In the second half, we expect sales and profit growth to accelerate sequentially, this will happen as we reach the full run rate of supplying Takreer, improved mix in materials technologies, integrate polyethylene acquisition and realize additional productivity benefits.

Regarding Q3, on a sequential basis, we expect our earnings to grow low to mid-single-digits and adjusted EPS to increase similarly excluding the effect of the standard adoption in Q2. For full-year 2016, we continue to project corporate cost between $65 million and $70 million and pension expense to be about $12 million. We expect interest expense for the full-year to approximate $82 million.

We would also continue to project capital investments for 2016 between $130 million and $140 million this guidance range includes the capital required to achieve certain synergies from the polyethylene catalyst acquisition. Our guidance remains unchanged for 2016 adjusted free cash flow to be at least $250 million including the favorable impact of our low cash tax rate.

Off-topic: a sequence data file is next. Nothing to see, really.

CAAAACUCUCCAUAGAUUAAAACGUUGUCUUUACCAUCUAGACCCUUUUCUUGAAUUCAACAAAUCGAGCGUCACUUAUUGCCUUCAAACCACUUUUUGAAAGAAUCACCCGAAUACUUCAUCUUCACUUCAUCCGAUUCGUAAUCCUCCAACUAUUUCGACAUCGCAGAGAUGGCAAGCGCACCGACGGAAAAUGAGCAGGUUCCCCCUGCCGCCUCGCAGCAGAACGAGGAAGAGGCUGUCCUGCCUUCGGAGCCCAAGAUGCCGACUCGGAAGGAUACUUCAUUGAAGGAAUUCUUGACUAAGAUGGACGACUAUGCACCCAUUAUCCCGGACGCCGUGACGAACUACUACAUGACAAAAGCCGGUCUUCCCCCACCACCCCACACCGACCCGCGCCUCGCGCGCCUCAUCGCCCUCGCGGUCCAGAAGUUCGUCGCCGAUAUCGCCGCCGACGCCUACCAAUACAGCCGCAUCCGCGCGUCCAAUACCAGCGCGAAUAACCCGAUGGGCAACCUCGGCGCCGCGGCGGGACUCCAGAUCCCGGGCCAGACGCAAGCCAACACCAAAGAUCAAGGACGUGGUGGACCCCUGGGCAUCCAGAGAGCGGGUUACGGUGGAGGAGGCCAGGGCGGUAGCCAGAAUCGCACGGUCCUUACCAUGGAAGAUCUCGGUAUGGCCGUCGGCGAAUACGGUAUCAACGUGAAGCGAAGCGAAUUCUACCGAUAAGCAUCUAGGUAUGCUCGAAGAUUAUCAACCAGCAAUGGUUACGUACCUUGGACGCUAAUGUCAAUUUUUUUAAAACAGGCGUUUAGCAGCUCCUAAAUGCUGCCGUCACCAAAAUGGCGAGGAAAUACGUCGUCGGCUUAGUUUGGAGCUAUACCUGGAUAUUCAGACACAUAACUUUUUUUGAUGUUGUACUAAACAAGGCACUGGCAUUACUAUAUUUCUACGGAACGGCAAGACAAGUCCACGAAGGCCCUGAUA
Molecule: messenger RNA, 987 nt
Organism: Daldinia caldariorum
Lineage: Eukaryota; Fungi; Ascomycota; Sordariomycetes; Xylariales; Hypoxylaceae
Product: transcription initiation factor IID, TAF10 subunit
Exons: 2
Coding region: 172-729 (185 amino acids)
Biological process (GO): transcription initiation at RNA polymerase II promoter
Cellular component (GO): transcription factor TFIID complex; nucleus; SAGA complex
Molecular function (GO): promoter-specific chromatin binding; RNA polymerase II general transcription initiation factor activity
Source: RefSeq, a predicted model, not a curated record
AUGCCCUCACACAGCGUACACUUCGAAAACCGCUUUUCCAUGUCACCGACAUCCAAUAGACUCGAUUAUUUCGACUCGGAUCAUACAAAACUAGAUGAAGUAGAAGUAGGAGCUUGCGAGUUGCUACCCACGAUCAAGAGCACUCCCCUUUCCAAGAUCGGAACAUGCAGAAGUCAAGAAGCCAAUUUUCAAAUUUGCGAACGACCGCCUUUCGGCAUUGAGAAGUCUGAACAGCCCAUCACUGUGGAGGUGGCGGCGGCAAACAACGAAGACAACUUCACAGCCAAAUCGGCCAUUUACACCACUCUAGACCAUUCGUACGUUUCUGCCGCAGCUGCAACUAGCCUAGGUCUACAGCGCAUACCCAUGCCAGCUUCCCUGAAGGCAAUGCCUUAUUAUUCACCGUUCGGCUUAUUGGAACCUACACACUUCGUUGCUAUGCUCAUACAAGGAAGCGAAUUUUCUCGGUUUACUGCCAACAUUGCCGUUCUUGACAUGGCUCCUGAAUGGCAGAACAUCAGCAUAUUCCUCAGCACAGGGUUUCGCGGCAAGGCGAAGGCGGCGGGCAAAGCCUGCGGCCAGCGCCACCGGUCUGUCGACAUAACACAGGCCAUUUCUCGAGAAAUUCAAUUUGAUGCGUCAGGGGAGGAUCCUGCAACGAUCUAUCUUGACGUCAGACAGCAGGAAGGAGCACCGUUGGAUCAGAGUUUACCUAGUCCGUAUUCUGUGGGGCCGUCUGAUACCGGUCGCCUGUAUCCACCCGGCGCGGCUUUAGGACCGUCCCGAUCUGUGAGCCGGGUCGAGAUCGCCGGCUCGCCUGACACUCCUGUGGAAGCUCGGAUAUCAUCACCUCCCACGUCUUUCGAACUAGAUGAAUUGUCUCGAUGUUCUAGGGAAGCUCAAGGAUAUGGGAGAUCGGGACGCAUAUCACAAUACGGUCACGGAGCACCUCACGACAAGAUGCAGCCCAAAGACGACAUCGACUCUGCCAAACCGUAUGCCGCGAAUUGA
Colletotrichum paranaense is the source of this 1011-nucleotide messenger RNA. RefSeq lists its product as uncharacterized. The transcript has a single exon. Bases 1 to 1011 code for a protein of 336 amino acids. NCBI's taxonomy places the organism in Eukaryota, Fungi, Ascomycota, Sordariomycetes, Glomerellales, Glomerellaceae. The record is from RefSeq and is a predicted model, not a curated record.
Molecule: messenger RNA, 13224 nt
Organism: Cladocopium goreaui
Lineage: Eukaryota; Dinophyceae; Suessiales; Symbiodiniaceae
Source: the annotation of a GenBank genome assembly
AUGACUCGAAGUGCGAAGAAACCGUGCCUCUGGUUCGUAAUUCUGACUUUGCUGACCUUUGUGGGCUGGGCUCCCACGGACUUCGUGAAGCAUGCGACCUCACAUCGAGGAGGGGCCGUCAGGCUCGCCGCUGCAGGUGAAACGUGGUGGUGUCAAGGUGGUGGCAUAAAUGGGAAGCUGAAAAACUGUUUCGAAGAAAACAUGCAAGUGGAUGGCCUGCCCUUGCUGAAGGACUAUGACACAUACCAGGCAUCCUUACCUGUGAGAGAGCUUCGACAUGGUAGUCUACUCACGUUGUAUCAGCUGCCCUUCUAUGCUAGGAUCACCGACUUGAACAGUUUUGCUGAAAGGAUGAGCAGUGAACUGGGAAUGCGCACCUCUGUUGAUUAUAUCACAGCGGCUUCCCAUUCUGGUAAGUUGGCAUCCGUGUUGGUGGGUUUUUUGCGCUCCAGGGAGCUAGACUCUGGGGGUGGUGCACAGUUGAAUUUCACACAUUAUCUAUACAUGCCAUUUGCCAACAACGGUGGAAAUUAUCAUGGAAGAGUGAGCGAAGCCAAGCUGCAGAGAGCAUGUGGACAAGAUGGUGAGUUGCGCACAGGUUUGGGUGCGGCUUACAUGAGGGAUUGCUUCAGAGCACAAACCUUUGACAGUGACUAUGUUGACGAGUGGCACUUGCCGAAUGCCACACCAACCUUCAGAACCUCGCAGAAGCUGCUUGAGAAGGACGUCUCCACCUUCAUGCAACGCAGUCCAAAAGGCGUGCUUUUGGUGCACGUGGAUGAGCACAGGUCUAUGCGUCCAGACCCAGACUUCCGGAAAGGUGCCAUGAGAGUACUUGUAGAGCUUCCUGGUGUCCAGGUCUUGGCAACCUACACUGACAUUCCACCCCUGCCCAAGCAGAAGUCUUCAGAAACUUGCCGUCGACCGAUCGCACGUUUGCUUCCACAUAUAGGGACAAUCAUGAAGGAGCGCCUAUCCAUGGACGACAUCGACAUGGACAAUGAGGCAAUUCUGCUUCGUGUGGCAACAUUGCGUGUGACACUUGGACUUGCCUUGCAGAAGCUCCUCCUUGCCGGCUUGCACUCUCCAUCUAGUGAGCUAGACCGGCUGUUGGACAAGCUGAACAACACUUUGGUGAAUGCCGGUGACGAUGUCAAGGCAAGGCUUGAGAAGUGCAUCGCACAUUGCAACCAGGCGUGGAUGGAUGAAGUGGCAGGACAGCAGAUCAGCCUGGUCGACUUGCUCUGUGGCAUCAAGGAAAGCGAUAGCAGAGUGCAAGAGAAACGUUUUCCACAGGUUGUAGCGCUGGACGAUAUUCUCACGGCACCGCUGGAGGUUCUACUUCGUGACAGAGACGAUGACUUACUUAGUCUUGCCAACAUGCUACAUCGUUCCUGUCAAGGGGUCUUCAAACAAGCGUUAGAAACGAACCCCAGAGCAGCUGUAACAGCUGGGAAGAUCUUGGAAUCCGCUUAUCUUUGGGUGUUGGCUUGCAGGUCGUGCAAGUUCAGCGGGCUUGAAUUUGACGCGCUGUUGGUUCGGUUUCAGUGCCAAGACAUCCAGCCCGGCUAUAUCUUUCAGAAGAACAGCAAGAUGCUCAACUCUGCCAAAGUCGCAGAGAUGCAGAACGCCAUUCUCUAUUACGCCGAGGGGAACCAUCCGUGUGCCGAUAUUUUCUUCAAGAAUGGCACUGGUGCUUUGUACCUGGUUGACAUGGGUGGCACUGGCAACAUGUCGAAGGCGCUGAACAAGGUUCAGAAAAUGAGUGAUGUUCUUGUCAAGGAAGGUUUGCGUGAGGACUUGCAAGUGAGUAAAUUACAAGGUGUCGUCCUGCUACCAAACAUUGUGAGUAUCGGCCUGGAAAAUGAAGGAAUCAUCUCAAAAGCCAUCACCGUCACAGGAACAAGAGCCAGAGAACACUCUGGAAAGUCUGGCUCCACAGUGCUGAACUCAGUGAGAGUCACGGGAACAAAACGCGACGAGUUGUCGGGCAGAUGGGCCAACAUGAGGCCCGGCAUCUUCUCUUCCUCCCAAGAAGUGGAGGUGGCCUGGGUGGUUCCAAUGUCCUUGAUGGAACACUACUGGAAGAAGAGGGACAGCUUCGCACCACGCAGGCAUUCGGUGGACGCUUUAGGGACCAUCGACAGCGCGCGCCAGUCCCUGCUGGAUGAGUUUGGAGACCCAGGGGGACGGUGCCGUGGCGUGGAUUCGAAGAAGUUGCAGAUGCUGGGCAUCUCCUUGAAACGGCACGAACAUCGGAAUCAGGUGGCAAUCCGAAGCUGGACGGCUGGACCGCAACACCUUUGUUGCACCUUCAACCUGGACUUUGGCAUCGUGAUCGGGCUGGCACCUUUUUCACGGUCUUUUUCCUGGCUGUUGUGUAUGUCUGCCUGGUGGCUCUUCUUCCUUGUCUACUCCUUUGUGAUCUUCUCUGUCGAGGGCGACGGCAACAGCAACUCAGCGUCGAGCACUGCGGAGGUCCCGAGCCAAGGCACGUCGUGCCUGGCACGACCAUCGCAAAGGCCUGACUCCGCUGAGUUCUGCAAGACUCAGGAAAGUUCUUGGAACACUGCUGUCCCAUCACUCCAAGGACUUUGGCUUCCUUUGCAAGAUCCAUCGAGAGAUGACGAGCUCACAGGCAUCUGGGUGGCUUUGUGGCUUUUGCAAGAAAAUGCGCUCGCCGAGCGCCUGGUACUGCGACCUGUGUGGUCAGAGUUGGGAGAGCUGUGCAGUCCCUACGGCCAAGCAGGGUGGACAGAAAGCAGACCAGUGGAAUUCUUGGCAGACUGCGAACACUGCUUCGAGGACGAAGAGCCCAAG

In closing, we remain committed to our rigorous and disciplined approach to profit growth, cash generation and capital allocation management through which we expect to continue to deliver the increasing value to our shareholders.

With that, we will open the call for your questions.

Question-and-Answer Session

Operator

[Operator Instructions] We will be taking our first question from the line of Michael Sison from KeyBanc. Your line is open.

Michael Sison

Hey good morning guys. Nice quarter.

Alfred Festa

Hey Mike, thank you.

Michael Sison